Leading economic forecaster Martin Hewes has downgraded his predictions for output and new orders for this year and next. And Paul Morrell, senior partner at Davis Langdon & Everest, said current conditions reminded him of the market peak of 1989.
In Hewes' report, to be published next week, his predictions for total work in 2001 and 2002 have been revised from 1% growth in each year to 0.3%.
For new work the signs are equally worrying. Hewes has replaced a prediction of no growth in 2001 to a 1.1% drop, and the forecast for next year shows a slightly steeper fall in output than predicted originally .
Hewes said: "There are a lot of worrying signals out there. The housing market is booming, debts are at a record level and the employment market is buoyant. It would not be much of a shock for the balance to be tipped over."
Morrell backed Hewes' reading of the sector. He said: "If you read the signals of today's inquiries, you would think there is no problem. The order books look good, and the balance between workload and resources looks good. But it feels like 1989 to me. We are quarter past the peak of the market."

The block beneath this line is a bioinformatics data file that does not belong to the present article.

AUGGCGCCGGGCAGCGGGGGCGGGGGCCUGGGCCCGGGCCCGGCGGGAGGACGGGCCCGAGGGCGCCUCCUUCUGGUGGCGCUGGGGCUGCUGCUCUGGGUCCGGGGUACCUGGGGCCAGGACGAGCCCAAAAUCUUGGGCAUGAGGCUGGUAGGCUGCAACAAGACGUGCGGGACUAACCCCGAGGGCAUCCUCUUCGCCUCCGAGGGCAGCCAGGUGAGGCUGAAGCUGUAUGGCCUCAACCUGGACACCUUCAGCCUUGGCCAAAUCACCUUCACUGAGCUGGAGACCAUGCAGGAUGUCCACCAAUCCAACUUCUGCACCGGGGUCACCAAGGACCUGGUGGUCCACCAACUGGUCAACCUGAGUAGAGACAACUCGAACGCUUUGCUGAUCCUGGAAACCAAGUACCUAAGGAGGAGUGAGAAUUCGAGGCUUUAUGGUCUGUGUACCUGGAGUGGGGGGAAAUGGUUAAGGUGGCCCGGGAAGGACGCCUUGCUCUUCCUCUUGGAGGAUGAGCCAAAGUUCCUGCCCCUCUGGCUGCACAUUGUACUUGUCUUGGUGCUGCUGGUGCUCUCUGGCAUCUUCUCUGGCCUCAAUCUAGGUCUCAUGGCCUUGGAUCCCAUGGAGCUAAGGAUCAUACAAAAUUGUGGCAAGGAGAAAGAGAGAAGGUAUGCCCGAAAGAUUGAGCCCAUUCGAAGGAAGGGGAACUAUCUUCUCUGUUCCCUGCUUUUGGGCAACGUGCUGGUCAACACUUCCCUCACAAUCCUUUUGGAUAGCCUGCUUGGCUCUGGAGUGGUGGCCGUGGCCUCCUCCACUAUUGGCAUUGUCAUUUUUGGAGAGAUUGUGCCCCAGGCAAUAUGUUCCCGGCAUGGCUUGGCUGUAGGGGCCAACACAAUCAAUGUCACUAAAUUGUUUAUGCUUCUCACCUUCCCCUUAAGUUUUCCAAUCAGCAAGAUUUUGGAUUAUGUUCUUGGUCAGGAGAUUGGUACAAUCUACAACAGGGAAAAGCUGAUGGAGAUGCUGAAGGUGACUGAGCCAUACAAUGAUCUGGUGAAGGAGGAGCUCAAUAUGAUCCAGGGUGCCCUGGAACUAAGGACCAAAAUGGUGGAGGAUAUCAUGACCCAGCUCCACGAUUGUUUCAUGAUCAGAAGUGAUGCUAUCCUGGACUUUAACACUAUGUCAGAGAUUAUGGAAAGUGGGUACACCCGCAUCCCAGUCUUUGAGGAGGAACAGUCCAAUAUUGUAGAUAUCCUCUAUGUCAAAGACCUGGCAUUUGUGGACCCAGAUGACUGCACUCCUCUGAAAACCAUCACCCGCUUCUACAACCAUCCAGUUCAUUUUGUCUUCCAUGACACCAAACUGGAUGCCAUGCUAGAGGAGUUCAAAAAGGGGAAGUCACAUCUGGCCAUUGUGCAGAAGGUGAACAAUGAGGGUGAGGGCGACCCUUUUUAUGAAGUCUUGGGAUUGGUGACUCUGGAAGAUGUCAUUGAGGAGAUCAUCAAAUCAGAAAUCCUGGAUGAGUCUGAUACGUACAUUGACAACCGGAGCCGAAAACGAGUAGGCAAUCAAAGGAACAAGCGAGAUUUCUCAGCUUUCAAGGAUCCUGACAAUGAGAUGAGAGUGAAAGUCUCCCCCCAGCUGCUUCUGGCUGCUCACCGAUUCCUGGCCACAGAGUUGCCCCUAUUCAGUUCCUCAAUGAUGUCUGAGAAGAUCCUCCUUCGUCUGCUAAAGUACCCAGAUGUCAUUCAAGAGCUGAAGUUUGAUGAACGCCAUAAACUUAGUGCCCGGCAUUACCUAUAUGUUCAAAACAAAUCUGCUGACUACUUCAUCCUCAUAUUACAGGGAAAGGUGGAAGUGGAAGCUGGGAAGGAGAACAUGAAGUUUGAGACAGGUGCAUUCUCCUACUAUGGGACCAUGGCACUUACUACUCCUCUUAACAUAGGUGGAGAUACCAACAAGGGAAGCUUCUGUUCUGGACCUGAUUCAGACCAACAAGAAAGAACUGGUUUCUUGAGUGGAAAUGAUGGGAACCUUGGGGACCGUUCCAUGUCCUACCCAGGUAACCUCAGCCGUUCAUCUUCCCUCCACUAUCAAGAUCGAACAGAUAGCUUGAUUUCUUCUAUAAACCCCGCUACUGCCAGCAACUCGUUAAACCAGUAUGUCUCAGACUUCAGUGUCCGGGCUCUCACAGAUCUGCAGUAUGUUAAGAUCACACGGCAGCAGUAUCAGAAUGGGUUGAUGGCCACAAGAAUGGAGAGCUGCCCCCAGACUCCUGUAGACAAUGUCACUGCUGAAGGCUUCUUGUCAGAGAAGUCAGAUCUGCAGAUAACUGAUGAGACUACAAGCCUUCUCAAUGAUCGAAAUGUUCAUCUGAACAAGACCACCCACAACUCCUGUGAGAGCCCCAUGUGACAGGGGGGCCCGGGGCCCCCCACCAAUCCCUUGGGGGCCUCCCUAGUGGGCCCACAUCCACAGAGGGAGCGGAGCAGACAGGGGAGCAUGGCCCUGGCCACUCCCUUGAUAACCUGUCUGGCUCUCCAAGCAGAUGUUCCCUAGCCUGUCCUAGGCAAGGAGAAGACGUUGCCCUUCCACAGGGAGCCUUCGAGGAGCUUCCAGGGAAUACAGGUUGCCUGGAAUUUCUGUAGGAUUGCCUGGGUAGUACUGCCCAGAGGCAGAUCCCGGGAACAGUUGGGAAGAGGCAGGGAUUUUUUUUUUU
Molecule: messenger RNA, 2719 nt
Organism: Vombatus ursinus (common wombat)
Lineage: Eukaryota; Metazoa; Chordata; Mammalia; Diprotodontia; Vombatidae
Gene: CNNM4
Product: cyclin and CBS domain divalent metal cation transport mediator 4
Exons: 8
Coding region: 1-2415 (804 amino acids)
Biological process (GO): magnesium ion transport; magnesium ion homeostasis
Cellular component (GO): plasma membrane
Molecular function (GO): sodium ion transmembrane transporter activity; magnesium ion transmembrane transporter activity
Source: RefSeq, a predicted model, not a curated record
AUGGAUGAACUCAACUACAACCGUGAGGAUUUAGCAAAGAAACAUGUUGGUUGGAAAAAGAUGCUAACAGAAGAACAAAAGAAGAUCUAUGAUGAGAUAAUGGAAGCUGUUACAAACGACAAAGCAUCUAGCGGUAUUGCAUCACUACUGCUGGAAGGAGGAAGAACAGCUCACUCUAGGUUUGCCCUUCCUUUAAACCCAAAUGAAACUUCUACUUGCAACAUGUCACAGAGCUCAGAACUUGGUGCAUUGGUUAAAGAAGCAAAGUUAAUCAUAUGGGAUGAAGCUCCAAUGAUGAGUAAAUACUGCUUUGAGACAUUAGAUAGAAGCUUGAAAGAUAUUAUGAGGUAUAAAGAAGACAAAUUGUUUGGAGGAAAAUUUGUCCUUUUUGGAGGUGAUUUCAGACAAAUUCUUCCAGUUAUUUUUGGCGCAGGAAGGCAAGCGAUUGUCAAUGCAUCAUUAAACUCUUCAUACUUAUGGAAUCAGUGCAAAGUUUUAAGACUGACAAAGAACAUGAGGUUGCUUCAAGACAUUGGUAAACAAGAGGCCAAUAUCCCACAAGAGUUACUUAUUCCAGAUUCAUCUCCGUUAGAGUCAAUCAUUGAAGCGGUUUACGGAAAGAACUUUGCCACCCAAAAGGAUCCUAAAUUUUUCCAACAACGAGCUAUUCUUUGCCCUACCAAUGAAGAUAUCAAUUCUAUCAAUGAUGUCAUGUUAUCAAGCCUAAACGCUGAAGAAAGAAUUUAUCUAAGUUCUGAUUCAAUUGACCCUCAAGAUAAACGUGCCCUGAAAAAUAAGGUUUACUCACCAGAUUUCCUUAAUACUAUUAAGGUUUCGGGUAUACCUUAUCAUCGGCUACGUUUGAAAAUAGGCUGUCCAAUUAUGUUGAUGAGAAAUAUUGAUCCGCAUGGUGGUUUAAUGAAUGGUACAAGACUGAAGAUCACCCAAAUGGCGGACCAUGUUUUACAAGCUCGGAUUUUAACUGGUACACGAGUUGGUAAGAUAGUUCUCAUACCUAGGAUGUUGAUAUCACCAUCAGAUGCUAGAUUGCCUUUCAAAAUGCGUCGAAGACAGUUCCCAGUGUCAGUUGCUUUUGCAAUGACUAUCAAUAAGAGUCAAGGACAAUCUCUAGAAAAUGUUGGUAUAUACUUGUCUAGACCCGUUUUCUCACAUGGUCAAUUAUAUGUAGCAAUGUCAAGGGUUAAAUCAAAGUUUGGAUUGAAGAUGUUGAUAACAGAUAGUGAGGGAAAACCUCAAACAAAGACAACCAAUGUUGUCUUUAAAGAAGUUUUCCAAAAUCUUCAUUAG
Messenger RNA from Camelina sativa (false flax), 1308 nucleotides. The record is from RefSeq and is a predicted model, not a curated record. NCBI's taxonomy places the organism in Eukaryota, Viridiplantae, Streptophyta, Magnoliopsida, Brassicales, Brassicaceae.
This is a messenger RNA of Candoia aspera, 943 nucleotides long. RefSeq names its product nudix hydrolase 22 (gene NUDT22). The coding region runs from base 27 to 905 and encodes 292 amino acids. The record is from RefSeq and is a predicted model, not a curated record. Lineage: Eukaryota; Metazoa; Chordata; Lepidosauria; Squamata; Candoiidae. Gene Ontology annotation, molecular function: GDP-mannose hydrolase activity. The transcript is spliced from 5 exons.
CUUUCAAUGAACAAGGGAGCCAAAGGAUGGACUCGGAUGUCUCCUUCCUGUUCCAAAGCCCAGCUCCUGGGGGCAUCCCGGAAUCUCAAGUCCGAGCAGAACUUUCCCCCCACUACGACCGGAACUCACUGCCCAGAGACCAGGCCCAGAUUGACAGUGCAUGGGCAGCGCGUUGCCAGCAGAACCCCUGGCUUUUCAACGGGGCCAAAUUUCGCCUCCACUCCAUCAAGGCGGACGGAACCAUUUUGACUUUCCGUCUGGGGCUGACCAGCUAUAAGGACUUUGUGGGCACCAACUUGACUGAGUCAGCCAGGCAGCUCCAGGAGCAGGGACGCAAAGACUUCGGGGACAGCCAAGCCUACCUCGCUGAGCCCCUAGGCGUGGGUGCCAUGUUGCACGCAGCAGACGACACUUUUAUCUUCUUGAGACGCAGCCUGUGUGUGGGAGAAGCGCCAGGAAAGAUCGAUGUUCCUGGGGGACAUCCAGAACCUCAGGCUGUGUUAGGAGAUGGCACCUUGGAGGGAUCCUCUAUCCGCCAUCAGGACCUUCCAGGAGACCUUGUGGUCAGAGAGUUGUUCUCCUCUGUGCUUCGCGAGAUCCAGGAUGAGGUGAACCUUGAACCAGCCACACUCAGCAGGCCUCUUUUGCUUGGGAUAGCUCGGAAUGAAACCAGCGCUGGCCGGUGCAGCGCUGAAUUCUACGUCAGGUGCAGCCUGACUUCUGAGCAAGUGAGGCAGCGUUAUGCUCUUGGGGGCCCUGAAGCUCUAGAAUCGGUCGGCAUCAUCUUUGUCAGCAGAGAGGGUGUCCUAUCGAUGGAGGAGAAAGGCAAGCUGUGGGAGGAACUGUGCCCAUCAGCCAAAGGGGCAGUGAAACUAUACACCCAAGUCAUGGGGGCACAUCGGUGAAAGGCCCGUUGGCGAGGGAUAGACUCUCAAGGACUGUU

It feels like 1989 to me. We are a quarter past the market peak
Paul Morrell, DL&E senior partner
He said his main cause for concern was the US economic situation – exemplified by computer company Sun Microsystems' decision to halt work on its £70m Hampshire HQ. But Morrell, who produced a recession planning paper this month, said there was no need for alarm.
"We don't want to talk ourselves into a recession. We are not looking over the edge of a cliff. We are not looking to reduce staff numbers. But we do need to redirect them. Prudent businesses are looking at how they can add value in a low-inflation, low-growth economy."
Other QSs said there was a feeling in the marketplace that a slowdown was imminent. Mark Van Den Berg, UK and Europe director of Northcroft, said: "Everyone is expecting some slowdown. There is a danger it will become a reality."
Roger Fidgen, senior partner at Gardiner & Theobald added: "We are in a waiting period right now. I think the whole economy is waiting to see what is going to happen."
In the Building regional overview, published next week, local contractors and consultants predict slowdowns for the West Midlands and East Anglia.